Ricardo Hausmann’s “Morning After” for Venezuela: The neoliberal brain behind Juan Guaido’s economic agenda
While online audiences know YouTube comedian Joanna Hausmann from her videos making the case for regime change, her economist father has flown below the radar. His record holds the key to understanding what the U.S. wants in Venezuela.
by Anya Parampil
Part 5 - The Hausmann clan versus Chavismo
During the Chávez era, the Hausmann family was not content to sit on the sidelines and watch him build a “21st-century socialism.”
Joanna’s mother, Ana Julia Jatar, assumed a position as executive director of Súmate, a U.S.-backed “civil society group” formed by right-wing darling María Corina Machado in order to “build democracy” in Venezuela.
In 2003, Súmate received $53,400 from the National Endowment for Democracy “to work on referendum and general electoral activities,” according to a U.S. diplomatic cable released by WikiLeaks.
The initiative represented Jatar and Machado’s attempt to remove Chávez from power through popular recall. Yet the public rejected the referendum by a whopping 59 percent margin, in results certified by the Carter Center and Organization of American States.
Seeking to defend his wife’s failed project, Ricardo Hausmann co-authored a paper that he insisted “open[ed] the door to… hypotheses of fraud” marring the vote. His argument was thoroughly rebuked in an extensive study issued by the Center for Economic and Policy Research, which determined Hausmann and his co-author, M.I.T’s Roberto Rigobon, “provide no evidence of fraud.”
Súmate’s subsequent efforts to label the vote as fraudulent were also rebuffed in a comprehensive report released by the Carter Center, which concluded: “the Aug. 15 vote clearly expressed the will of the Venezuelan electorate.” The Carter Center concluded that it “did not observe, and has not received, credible evidence of fraud that would have changed the outcome of the vote.”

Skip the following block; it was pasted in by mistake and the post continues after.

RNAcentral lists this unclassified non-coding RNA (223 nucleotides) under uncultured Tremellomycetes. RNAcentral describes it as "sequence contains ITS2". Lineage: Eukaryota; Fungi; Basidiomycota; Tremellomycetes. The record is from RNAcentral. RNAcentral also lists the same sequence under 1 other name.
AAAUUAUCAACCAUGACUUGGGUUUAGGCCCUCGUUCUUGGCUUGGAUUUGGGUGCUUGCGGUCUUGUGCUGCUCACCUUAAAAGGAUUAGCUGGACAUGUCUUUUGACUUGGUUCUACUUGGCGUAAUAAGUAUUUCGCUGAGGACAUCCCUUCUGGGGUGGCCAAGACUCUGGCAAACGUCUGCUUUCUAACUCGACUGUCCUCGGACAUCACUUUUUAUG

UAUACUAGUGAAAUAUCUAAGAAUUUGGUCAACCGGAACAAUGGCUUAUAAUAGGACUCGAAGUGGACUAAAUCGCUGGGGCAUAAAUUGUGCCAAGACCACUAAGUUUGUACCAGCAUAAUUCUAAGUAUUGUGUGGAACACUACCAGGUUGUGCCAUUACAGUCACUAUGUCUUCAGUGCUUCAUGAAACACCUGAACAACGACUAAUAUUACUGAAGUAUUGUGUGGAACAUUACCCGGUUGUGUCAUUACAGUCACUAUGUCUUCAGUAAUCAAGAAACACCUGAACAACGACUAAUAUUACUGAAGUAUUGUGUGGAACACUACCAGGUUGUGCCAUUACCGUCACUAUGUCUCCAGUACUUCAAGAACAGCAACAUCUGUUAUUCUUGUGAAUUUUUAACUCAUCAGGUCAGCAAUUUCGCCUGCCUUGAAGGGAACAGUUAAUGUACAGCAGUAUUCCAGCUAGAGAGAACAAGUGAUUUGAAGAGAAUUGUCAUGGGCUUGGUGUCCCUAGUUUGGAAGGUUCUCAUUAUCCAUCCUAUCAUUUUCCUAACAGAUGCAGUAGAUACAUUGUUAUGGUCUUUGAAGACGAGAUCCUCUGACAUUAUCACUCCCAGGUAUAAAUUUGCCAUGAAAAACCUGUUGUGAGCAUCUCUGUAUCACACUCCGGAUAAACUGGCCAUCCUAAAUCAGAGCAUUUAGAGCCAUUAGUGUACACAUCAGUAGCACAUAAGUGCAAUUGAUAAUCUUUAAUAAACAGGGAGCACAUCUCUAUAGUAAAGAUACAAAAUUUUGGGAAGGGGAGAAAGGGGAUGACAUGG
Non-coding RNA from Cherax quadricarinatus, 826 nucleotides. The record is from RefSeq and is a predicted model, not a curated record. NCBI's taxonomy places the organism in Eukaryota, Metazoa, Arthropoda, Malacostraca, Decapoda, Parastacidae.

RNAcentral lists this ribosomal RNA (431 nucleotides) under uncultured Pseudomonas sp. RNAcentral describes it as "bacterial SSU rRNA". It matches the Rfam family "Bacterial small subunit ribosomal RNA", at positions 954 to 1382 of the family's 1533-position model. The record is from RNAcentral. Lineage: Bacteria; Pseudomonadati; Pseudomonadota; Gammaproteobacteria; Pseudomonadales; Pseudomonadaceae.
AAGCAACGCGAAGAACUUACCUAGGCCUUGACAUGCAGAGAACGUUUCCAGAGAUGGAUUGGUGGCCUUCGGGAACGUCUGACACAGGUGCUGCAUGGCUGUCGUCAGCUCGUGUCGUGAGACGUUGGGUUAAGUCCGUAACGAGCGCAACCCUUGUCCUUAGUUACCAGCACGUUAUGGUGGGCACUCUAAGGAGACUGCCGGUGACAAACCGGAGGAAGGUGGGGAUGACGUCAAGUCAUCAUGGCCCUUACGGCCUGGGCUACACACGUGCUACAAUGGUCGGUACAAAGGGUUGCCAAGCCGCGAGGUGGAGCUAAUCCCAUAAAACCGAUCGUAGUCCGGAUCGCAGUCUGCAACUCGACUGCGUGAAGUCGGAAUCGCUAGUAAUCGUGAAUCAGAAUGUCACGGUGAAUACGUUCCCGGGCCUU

Despite Súmate’s failures, President George W. Bush welcomed Machado to the White House in 2005. In the Oval Office, Bush heralded her efforts “to defend the electoral and constitutional rights of all Venezuelan citizens” and monitor the country’s elections.
Sociologist William I. Robinson told Venezuelanalysis that Súmate was part of “a full-blown operation, a massive foreign-policy operation to undermine the Venezuelan revolution, to overthrow the government of Hugo Chávez, and to reinstall the elite back in power in Venezuela.”
Such elites include multiple members of Joanna Hausmann’s clan.
“My extended family, they go out on these protests,” the YouTube comedian declared in her video. “My uncle is in jail for simply being a journalist.”
That uncle is Ana Julia’s brother, Braulio Jatar, and he was not “simply” a journalist, but also a lawyer and businessman jailed not for “journalism,” but rather for extortion, fraud, and other financial crimes.
Ana Julia and Braulio were the children of Braulio Jatar Dotti, who served as Secretary for Parliamentary and Municipal Affairs in the ruling Democratic Action party while it was engaged in a violent battle against the armed Revolutionary Left Movement.
The independent Chilean news site El Desconcierto described Braulio Sr. as having been “in charge of eliminating the leftist groups” in Venezuela at the time. In 1963, he literally wrote the book on how to disable the “extreme left” and guerillas. It was called, “Disabling the Extreme Left and the Corian Guerillas.”